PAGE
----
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My arms! (Or why I am actually normal)

August 3, 2009

Recently, with this warm weather, a few people have commented about my strong arms.  The best line was from a Toronto gal who, in perfect Toronto-speak, practically interrogated me: “Tell me exactly what your work-out regimen is!”

It’s set me thinking…  because I don’t have a workout regimen.  OK, last year I was training quite hard for a triathlon – swimming and kayaking, and doing a bit of weights too, as well as my running and biking.  But that My armstriathlon was last August – a full year ago – and I have barely done any training at all since then.  And especially not arm training.  I’ve been in my kayak only two or three times this year, and I’ve hardly been in a pool since January either.

So I’ve been reflecting upon this.  I haven’t been “working out”, yet my body is stiff and sore from exercise.  And I realize that it is my chosen lifestyle.  I try to live as low-impact on the world as I can, at least in most areas of my life, and this means that I must keep active.

I don’t own a car – I bike as much as I possibly can.  I brought my bike to Vancouver for my writing course at UBC – and, even though I had use of my friend’s van, I rode my bike up that big hill every day.  (Hills are great armwork on a bike!)

I also put a lot of effort into growing and gathering my food – July is one of the prime months for that, and that is why my muscles are so sore now.  I’ve dug and planted two veggie gardens in the last month, I was clamming for four days in late July (the last low clamming tides of this summer) and I also scored five freshly caught local sockeye salmon, which I butchered and canned.  All that digging – for clams, and in the garden – has been great for the arms and legs and back, and I can even feel it in my core muscles.

I am fit mainly because I am active.  Yes, I do “work out” or “train” when I have the time – but I am active for several hours of every day.  Every day.  I refuse to “buy in” and just drive around when I can bike, and to purchase all of my food when I can actually get much of it myself.  I value the slower pace of biking – not stressing and rushing around.  I value the freshness and healthiness of my locally grown and gathered food.  I value the calming and meditative hours of work that collecting or growing my food entails.  I value having the kind of fitness that is not gained by three or four hard training sessions a week (aerobics or running or spinning or whatever), but the kind of fitness (and associated calorie-burn) that comes with a high level of “background” physical activity.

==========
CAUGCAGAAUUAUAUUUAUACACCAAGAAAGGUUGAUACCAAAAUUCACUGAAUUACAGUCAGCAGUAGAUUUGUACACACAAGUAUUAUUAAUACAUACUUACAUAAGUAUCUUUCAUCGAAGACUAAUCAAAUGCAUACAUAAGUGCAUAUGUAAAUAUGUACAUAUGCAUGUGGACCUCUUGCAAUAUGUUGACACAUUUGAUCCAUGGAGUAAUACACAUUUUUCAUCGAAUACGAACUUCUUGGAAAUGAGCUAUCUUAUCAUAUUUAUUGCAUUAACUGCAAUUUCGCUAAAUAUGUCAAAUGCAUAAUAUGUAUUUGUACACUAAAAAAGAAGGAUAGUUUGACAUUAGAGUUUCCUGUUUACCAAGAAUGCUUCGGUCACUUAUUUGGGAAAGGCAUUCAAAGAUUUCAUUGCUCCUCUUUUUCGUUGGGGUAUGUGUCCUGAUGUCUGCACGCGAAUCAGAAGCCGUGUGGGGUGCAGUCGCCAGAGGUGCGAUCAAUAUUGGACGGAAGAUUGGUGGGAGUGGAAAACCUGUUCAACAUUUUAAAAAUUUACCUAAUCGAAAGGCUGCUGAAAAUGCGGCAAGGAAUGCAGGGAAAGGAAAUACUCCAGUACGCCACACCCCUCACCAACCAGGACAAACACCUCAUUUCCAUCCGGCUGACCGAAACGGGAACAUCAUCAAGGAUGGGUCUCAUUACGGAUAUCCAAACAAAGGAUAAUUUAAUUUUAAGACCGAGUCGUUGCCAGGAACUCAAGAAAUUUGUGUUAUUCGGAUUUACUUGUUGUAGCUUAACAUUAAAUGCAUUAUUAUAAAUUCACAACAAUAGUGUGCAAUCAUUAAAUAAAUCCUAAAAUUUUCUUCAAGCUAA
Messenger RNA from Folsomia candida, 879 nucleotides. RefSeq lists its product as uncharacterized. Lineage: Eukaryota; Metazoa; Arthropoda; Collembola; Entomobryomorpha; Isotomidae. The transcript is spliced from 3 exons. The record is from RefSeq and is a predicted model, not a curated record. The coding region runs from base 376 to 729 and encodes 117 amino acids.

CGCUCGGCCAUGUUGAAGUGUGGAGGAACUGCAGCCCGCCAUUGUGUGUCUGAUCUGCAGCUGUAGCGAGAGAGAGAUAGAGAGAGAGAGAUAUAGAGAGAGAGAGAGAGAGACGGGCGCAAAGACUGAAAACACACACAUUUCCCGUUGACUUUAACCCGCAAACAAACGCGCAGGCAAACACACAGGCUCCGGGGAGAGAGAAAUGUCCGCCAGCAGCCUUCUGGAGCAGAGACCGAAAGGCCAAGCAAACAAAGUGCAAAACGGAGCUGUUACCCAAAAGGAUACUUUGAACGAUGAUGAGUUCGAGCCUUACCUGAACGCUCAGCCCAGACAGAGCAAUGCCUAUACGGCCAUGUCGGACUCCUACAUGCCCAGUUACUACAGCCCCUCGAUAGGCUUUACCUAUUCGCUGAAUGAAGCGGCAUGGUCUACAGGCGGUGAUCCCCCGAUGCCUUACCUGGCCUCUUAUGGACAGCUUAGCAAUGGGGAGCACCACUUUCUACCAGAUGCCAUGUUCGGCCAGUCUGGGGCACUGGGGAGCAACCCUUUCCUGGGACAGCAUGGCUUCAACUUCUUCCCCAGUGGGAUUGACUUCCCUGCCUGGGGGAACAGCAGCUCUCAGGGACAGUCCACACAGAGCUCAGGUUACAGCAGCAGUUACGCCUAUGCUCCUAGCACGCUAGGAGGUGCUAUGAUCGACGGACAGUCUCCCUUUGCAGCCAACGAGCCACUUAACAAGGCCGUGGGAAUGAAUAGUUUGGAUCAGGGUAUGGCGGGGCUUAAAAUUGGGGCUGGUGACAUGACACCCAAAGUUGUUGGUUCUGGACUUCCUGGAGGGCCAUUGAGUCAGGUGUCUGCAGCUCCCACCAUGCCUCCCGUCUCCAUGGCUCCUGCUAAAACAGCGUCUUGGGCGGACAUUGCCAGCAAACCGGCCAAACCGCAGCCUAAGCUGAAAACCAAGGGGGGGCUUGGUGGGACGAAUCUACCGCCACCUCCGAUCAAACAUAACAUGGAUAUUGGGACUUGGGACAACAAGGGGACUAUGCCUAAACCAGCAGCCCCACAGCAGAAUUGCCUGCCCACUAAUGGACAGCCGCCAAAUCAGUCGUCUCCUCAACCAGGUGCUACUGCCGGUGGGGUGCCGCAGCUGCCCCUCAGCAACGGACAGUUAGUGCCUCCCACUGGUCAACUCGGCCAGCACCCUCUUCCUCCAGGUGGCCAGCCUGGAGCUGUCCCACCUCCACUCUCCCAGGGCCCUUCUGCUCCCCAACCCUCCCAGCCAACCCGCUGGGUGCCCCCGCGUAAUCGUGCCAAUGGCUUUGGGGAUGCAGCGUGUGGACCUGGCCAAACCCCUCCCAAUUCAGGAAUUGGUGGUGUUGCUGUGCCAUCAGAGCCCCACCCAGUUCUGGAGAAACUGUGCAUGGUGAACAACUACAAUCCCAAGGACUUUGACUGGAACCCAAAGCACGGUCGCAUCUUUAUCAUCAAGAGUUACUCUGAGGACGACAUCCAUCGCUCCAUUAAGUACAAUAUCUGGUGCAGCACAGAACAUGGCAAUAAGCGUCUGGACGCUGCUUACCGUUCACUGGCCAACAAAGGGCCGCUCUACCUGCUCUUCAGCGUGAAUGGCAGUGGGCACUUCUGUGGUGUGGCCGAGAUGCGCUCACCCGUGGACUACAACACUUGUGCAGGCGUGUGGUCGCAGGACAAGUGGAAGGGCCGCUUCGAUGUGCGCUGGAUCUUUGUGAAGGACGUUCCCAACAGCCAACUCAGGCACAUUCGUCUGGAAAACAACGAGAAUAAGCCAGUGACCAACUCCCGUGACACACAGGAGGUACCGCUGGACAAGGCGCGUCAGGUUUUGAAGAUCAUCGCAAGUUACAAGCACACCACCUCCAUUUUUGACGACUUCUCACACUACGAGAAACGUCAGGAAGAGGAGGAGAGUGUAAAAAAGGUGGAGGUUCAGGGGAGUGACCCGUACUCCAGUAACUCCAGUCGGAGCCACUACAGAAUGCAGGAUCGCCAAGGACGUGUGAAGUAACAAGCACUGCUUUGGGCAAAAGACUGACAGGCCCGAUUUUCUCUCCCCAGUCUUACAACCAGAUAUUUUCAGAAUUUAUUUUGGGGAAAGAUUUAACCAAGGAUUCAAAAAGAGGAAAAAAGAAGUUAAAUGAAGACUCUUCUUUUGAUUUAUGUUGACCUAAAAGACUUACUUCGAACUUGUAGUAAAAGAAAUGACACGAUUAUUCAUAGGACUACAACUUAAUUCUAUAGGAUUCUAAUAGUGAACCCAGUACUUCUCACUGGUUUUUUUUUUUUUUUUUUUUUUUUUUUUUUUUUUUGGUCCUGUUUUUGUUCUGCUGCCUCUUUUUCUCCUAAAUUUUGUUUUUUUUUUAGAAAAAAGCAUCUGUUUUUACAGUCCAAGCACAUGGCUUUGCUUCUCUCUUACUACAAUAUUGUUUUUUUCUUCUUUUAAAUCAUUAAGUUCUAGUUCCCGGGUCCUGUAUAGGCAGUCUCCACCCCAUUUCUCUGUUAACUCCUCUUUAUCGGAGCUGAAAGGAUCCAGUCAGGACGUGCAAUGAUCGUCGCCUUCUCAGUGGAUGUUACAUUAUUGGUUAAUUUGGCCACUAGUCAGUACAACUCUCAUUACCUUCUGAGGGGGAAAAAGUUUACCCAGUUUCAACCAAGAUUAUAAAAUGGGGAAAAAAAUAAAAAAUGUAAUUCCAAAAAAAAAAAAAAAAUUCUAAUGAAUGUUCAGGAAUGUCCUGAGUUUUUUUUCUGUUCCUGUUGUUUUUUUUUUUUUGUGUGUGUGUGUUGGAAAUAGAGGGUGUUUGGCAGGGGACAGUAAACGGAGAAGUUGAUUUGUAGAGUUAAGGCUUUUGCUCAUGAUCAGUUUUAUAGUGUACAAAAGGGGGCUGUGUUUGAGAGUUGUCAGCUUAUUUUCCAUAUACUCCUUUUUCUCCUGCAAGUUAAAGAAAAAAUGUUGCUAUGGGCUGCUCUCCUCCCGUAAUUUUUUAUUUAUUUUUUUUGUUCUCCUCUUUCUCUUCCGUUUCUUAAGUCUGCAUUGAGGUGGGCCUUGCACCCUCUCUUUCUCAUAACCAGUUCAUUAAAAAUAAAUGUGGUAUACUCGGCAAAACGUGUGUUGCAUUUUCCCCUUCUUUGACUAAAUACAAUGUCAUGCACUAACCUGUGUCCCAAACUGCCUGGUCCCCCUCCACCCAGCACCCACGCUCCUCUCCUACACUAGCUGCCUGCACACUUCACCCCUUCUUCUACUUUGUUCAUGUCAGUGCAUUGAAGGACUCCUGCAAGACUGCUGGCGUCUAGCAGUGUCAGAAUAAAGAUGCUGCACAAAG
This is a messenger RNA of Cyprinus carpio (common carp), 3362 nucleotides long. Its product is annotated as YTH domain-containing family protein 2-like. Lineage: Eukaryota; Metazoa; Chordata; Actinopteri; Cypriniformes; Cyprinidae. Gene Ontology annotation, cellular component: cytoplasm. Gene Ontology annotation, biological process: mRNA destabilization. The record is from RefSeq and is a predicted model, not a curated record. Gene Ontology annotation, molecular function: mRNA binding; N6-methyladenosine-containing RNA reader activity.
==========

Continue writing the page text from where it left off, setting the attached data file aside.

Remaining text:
It strikes me that this, really, is how all of our ancestors have always lived.  It is only in the last half-century or so that most of us spend much of our day seated, in cars or at desks.  People used to walk or ride bikes a lot, to get anywhere at all – they did not expect to zip across town in some matter of minutes.  It is also only in the last half century that people get most of their food from the supermarket (that they drove to).  No wonder there is such an obesity epidemic in North America.  It is not just the poor-quality processed food many people live on, it is also that they have no background calorie burn.

Most people categorize what is “normal” by looking around them and observing what other people are doing.  So you might look at my life choices and say that I am not “normal” – because I am not behaving like most North Americans today.  But my formal scientific training is as a geologist, and we geologists are trained to understand time.  Humans have been on this planet for over one million years now – up until the last century (i.e. for the first 99.99% of human history), moving around under our own steam all day long in order to collect our food was “normal”.

The way we “Westerners” are living now is what is abnormal.

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  1. Back in training! « Jacqueline Windh

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